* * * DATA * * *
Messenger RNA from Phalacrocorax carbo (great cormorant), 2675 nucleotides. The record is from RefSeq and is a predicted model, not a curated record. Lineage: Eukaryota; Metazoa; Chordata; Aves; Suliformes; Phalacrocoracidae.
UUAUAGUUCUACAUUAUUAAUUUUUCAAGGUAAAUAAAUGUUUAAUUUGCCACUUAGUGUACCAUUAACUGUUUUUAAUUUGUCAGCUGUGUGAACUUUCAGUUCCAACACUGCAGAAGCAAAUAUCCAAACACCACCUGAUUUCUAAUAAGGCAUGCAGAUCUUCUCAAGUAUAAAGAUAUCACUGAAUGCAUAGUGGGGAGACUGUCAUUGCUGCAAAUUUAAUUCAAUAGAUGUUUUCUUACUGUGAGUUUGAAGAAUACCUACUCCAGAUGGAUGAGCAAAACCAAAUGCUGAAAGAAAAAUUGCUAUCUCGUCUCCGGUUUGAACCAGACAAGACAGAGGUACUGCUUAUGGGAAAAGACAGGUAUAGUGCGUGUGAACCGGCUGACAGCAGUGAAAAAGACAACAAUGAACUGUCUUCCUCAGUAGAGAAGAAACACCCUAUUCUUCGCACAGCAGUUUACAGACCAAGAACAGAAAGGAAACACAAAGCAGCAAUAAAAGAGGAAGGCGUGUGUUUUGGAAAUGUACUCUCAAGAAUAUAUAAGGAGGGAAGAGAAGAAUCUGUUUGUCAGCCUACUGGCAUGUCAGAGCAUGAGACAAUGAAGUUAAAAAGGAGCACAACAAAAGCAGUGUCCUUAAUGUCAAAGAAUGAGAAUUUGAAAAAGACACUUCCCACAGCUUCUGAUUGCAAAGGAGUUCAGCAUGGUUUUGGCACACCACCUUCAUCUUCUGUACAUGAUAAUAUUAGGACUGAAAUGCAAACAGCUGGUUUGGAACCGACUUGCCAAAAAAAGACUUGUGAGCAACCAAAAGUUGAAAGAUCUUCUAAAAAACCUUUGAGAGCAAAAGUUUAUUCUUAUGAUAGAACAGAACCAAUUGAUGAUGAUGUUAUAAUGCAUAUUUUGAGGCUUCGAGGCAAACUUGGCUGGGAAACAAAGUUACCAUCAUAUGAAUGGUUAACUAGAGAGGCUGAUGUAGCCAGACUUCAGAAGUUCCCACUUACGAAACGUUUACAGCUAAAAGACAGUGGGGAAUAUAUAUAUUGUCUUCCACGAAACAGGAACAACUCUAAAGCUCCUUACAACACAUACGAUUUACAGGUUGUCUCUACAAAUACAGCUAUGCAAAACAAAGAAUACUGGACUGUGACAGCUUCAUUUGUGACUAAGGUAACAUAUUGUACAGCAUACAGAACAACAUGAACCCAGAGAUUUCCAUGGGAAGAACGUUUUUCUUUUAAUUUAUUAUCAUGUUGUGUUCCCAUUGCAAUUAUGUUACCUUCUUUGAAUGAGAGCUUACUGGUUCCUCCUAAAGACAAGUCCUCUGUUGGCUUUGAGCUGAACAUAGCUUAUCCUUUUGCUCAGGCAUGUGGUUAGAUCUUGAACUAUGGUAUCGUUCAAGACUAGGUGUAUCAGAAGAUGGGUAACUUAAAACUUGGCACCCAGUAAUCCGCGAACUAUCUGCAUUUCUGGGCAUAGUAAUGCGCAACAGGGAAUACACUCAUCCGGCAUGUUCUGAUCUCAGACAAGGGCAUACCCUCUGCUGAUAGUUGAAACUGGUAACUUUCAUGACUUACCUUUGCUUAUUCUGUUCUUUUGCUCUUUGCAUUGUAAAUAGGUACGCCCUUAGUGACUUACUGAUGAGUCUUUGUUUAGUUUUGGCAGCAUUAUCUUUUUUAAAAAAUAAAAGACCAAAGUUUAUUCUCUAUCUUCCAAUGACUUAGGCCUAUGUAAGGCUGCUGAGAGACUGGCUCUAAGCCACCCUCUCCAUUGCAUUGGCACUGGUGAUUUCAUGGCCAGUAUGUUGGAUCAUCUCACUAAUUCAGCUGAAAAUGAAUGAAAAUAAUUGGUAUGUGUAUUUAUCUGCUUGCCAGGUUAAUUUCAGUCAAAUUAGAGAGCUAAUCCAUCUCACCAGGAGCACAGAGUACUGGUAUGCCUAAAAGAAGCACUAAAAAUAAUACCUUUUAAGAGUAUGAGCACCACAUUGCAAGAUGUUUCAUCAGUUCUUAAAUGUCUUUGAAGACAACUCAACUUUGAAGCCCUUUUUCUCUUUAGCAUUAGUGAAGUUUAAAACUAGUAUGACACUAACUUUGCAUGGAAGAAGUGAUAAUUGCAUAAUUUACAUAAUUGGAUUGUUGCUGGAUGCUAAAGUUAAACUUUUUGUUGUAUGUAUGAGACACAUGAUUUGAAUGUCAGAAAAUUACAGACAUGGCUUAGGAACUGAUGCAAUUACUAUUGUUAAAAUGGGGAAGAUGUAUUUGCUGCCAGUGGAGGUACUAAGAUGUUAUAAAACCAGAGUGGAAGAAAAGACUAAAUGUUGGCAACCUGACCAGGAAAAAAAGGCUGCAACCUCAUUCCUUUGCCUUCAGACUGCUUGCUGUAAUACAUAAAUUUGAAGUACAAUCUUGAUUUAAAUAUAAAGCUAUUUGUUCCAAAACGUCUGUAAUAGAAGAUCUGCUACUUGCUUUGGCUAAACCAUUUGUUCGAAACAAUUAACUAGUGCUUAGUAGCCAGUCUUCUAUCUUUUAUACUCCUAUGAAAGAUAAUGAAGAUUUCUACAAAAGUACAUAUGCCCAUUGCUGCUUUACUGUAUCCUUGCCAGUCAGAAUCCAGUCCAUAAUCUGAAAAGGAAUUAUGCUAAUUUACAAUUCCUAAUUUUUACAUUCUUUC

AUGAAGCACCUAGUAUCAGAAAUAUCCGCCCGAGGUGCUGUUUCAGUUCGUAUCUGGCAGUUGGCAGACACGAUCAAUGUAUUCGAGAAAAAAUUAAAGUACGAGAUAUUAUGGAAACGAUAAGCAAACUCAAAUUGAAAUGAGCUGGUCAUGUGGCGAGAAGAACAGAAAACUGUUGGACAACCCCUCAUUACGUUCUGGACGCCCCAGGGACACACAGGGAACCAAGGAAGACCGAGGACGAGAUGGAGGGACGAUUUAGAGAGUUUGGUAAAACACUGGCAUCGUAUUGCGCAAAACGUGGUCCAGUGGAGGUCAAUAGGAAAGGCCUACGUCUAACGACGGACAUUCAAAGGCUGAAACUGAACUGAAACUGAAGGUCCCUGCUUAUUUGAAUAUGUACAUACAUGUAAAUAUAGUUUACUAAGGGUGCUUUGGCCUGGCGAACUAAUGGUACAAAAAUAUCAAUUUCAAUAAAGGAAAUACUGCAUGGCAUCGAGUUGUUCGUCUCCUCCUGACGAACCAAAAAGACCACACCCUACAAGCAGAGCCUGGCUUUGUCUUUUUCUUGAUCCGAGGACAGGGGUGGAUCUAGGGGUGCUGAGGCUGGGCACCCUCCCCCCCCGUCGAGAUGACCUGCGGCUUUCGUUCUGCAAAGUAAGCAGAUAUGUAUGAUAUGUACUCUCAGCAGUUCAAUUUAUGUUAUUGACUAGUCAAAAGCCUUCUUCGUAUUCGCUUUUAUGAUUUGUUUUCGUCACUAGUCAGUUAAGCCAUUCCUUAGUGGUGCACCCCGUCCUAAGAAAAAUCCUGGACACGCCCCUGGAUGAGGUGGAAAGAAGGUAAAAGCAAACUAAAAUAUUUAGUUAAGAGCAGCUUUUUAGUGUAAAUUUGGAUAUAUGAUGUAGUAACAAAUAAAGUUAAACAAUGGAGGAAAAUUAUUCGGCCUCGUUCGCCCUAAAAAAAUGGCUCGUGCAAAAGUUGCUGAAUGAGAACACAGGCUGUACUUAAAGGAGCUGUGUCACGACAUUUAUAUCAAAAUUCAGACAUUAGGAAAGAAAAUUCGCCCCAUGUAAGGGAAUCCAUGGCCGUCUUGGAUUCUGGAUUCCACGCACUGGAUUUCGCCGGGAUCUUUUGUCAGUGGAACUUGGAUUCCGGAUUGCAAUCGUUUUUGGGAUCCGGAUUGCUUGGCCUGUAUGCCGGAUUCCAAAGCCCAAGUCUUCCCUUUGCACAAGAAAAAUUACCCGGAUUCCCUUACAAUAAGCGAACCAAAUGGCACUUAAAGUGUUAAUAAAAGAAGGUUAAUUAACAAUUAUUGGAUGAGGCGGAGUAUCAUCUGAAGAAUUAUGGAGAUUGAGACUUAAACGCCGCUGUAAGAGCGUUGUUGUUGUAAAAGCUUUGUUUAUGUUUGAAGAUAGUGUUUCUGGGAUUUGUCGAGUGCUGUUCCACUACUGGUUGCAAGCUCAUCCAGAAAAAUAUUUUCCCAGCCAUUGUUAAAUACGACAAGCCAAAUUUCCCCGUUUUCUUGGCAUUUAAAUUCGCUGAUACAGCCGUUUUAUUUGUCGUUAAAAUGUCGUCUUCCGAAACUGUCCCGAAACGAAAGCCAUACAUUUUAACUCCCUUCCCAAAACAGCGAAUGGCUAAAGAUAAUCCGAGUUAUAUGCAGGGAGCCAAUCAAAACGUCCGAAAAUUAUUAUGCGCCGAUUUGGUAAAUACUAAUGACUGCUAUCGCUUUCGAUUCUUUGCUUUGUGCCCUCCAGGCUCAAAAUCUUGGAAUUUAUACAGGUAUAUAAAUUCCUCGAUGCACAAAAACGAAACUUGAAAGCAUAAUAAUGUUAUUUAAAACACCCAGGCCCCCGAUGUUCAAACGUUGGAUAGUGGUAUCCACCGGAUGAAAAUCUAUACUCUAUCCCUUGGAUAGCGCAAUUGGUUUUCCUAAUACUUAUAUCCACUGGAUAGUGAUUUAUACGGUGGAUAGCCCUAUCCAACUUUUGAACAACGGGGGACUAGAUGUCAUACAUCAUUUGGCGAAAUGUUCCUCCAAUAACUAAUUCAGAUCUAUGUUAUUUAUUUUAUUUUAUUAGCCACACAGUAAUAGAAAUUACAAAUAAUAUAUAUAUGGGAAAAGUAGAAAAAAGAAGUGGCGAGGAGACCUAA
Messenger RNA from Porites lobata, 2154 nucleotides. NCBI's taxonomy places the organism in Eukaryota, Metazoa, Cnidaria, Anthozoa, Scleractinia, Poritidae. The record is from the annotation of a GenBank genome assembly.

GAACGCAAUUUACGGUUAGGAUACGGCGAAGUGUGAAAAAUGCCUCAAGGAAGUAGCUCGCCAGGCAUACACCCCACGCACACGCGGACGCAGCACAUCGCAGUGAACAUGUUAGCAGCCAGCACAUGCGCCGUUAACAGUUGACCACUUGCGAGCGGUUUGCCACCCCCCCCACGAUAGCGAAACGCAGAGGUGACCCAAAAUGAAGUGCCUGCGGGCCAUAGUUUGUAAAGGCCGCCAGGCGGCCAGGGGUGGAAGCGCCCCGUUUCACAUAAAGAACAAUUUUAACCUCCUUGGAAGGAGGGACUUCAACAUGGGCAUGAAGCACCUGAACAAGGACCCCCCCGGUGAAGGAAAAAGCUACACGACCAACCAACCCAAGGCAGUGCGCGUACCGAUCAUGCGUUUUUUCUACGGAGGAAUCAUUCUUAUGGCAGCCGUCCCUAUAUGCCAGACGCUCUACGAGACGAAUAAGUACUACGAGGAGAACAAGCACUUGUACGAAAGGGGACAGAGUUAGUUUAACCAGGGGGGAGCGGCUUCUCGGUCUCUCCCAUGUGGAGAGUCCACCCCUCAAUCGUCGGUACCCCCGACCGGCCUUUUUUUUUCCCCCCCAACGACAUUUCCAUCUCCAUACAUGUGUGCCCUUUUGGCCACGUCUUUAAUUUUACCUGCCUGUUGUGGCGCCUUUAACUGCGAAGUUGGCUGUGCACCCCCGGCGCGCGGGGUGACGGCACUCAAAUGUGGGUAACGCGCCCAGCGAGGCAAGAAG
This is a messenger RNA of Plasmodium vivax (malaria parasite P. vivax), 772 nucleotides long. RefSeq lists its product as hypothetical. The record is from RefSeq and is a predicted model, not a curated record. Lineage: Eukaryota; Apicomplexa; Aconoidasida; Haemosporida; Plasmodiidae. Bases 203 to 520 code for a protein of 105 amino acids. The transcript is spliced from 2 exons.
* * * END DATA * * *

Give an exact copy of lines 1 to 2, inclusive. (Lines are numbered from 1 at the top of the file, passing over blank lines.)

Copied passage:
Messenger RNA from Phalacrocorax carbo (great cormorant), 2675 nucleotides. The record is from RefSeq and is a predicted model, not a curated record. Lineage: Eukaryota; Metazoa; Chordata; Aves; Suliformes; Phalacrocoracidae.
UUAUAGUUCUACAUUAUUAAUUUUUCAAGGUAAAUAAAUGUUUAAUUUGCCACUUAGUGUACCAUUAACUGUUUUUAAUUUGUCAGCUGUGUGAACUUUCAGUUCCAACACUGCAGAAGCAAAUAUCCAAACACCACCUGAUUUCUAAUAAGGCAUGCAGAUCUUCUCAAGUAUAAAGAUAUCACUGAAUGCAUAGUGGGGAGACUGUCAUUGCUGCAAAUUUAAUUCAAUAGAUGUUUUCUUACUGUGAGUUUGAAGAAUACCUACUCCAGAUGGAUGAGCAAAACCAAAUGCUGAAAGAAAAAUUGCUAUCUCGUCUCCGGUUUGAACCAGACAAGACAGAGGUACUGCUUAUGGGAAAAGACAGGUAUAGUGCGUGUGAACCGGCUGACAGCAGUGAAAAAGACAACAAUGAACUGUCUUCCUCAGUAGAGAAGAAACACCCUAUUCUUCGCACAGCAGUUUACAGACCAAGAACAGAAAGGAAACACAAAGCAGCAAUAAAAGAGGAAGGCGUGUGUUUUGGAAAUGUACUCUCAAGAAUAUAUAAGGAGGGAAGAGAAGAAUCUGUUUGUCAGCCUACUGGCAUGUCAGAGCAUGAGACAAUGAAGUUAAAAAGGAGCACAACAAAAGCAGUGUCCUUAAUGUCAAAGAAUGAGAAUUUGAAAAAGACACUUCCCACAGCUUCUGAUUGCAAAGGAGUUCAGCAUGGUUUUGGCACACCACCUUCAUCUUCUGUACAUGAUAAUAUUAGGACUGAAAUGCAAACAGCUGGUUUGGAACCGACUUGCCAAAAAAAGACUUGUGAGCAACCAAAAGUUGAAAGAUCUUCUAAAAAACCUUUGAGAGCAAAAGUUUAUUCUUAUGAUAGAACAGAACCAAUUGAUGAUGAUGUUAUAAUGCAUAUUUUGAGGCUUCGAGGCAAACUUGGCUGGGAAACAAAGUUACCAUCAUAUGAAUGGUUAACUAGAGAGGCUGAUGUAGCCAGACUUCAGAAGUUCCCACUUACGAAACGUUUACAGCUAAAAGACAGUGGGGAAUAUAUAUAUUGUCUUCCACGAAACAGGAACAACUCUAAAGCUCCUUACAACACAUACGAUUUACAGGUUGUCUCUACAAAUACAGCUAUGCAAAACAAAGAAUACUGGACUGUGACAGCUUCAUUUGUGACUAAGGUAACAUAUUGUACAGCAUACAGAACAACAUGAACCCAGAGAUUUCCAUGGGAAGAACGUUUUUCUUUUAAUUUAUUAUCAUGUUGUGUUCCCAUUGCAAUUAUGUUACCUUCUUUGAAUGAGAGCUUACUGGUUCCUCCUAAAGACAAGUCCUCUGUUGGCUUUGAGCUGAACAUAGCUUAUCCUUUUGCUCAGGCAUGUGGUUAGAUCUUGAACUAUGGUAUCGUUCAAGACUAGGUGUAUCAGAAGAUGGGUAACUUAAAACUUGGCACCCAGUAAUCCGCGAACUAUCUGCAUUUCUGGGCAUAGUAAUGCGCAACAGGGAAUACACUCAUCCGGCAUGUUCUGAUCUCAGACAAGGGCAUACCCUCUGCUGAUAGUUGAAACUGGUAACUUUCAUGACUUACCUUUGCUUAUUCUGUUCUUUUGCUCUUUGCAUUGUAAAUAGGUACGCCCUUAGUGACUUACUGAUGAGUCUUUGUUUAGUUUUGGCAGCAUUAUCUUUUUUAAAAAAUAAAAGACCAAAGUUUAUUCUCUAUCUUCCAAUGACUUAGGCCUAUGUAAGGCUGCUGAGAGACUGGCUCUAAGCCACCCUCUCCAUUGCAUUGGCACUGGUGAUUUCAUGGCCAGUAUGUUGGAUCAUCUCACUAAUUCAGCUGAAAAUGAAUGAAAAUAAUUGGUAUGUGUAUUUAUCUGCUUGCCAGGUUAAUUUCAGUCAAAUUAGAGAGCUAAUCCAUCUCACCAGGAGCACAGAGUACUGGUAUGCCUAAAAGAAGCACUAAAAAUAAUACCUUUUAAGAGUAUGAGCACCACAUUGCAAGAUGUUUCAUCAGUUCUUAAAUGUCUUUGAAGACAACUCAACUUUGAAGCCCUUUUUCUCUUUAGCAUUAGUGAAGUUUAAAACUAGUAUGACACUAACUUUGCAUGGAAGAAGUGAUAAUUGCAUAAUUUACAUAAUUGGAUUGUUGCUGGAUGCUAAAGUUAAACUUUUUGUUGUAUGUAUGAGACACAUGAUUUGAAUGUCAGAAAAUUACAGACAUGGCUUAGGAACUGAUGCAAUUACUAUUGUUAAAAUGGGGAAGAUGUAUUUGCUGCCAGUGGAGGUACUAAGAUGUUAUAAAACCAGAGUGGAAGAAAAGACUAAAUGUUGGCAACCUGACCAGGAAAAAAAGGCUGCAACCUCAUUCCUUUGCCUUCAGACUGCUUGCUGUAAUACAUAAAUUUGAAGUACAAUCUUGAUUUAAAUAUAAAGCUAUUUGUUCCAAAACGUCUGUAAUAGAAGAUCUGCUACUUGCUUUGGCUAAACCAUUUGUUCGAAACAAUUAACUAGUGCUUAGUAGCCAGUCUUCUAUCUUUUAUACUCCUAUGAAAGAUAAUGAAGAUUUCUACAAAAGUACAUAUGCCCAUUGCUGCUUUACUGUAUCCUUGCCAGUCAGAAUCCAGUCCAUAAUCUGAAAAGGAAUUAUGCUAAUUUACAAUUCCUAAUUUUUACAUUCUUUC